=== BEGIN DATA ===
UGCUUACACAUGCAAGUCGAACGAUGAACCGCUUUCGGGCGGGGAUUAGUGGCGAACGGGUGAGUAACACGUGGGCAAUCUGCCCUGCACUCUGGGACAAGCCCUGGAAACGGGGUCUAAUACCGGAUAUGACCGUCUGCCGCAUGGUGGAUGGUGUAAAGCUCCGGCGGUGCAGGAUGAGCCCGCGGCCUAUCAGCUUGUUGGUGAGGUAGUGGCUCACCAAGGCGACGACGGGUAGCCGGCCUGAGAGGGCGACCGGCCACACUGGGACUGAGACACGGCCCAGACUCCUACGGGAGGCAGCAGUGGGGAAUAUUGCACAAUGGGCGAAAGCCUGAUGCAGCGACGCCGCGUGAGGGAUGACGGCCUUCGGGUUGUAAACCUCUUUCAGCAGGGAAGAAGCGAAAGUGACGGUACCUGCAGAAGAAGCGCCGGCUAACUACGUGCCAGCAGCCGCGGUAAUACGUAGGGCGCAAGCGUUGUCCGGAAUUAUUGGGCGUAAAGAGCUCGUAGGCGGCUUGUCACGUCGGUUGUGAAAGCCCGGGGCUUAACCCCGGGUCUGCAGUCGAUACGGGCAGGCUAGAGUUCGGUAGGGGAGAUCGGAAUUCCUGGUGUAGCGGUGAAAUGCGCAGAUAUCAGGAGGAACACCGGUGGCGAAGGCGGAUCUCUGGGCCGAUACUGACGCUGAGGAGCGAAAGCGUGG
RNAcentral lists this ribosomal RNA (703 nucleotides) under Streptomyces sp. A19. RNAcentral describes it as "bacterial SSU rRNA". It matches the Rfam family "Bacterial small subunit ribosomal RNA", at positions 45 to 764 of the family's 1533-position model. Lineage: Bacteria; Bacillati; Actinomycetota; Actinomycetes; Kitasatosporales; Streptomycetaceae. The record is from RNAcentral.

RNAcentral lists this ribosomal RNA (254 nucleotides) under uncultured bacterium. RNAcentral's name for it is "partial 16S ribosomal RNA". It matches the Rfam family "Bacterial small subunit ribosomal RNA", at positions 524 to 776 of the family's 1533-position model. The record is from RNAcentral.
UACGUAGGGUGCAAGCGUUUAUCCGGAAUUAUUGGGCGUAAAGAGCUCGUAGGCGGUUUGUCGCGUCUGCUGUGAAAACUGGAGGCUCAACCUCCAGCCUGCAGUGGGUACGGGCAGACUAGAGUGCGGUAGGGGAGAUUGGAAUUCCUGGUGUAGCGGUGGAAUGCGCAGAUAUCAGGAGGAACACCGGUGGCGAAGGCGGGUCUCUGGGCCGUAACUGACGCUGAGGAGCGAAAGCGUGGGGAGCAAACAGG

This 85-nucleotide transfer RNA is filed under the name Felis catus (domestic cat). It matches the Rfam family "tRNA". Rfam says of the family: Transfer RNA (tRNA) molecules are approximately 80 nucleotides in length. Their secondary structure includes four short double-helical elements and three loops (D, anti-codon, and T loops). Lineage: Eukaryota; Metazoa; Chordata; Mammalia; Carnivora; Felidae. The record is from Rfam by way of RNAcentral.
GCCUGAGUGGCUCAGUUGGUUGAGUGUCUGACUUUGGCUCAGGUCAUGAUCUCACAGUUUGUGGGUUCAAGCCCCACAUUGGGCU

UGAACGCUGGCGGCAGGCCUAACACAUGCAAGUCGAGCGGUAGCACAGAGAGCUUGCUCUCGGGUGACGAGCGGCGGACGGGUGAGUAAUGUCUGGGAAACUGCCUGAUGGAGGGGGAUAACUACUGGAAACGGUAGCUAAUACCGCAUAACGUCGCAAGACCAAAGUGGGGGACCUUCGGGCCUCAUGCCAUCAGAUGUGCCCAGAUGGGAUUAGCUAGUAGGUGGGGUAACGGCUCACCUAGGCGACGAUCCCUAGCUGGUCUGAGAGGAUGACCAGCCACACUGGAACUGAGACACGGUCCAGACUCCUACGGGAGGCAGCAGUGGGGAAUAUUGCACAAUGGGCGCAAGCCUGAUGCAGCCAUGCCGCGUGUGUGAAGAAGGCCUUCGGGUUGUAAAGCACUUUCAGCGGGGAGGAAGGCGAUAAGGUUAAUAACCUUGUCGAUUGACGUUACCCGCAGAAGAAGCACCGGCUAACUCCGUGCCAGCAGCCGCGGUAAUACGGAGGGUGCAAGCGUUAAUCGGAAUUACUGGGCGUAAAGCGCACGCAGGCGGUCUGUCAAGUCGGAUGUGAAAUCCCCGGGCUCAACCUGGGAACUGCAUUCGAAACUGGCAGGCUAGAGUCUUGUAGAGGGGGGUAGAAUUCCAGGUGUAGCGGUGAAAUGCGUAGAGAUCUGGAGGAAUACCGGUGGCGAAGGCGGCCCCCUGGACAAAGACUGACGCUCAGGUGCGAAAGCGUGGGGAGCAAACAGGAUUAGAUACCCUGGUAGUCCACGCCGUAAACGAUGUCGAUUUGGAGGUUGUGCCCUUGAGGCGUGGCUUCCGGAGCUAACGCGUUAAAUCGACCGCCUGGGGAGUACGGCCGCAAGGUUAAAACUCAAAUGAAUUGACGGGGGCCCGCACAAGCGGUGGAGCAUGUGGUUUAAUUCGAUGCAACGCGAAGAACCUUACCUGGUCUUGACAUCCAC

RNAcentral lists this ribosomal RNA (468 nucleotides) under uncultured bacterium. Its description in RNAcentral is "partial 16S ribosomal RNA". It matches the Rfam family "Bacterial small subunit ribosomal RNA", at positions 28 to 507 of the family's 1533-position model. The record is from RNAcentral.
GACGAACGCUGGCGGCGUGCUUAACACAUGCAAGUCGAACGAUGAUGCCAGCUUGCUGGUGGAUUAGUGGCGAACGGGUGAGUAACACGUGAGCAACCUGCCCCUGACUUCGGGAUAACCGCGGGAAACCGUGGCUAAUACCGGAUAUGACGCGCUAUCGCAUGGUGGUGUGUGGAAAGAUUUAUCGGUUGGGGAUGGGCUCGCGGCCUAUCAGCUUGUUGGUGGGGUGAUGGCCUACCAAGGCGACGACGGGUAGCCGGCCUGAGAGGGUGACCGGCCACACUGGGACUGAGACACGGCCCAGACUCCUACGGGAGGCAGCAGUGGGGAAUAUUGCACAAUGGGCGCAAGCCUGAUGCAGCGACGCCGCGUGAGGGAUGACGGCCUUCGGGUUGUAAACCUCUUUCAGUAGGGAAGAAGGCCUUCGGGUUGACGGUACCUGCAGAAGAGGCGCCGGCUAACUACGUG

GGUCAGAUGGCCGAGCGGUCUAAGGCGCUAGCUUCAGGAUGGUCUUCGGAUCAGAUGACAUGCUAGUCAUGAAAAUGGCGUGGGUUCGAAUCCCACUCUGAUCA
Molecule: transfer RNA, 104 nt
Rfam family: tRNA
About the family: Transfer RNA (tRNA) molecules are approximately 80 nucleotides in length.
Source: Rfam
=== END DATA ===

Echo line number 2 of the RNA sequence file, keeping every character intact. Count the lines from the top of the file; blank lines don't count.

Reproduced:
RNAcentral lists this ribosomal RNA (703 nucleotides) under Streptomyces sp. A19. RNAcentral describes it as "bacterial SSU rRNA". It matches the Rfam family "Bacterial small subunit ribosomal RNA", at positions 45 to 764 of the family's 1533-position model. Lineage: Bacteria; Bacillati; Actinomycetota; Actinomycetes; Kitasatosporales; Streptomycetaceae. The record is from RNAcentral.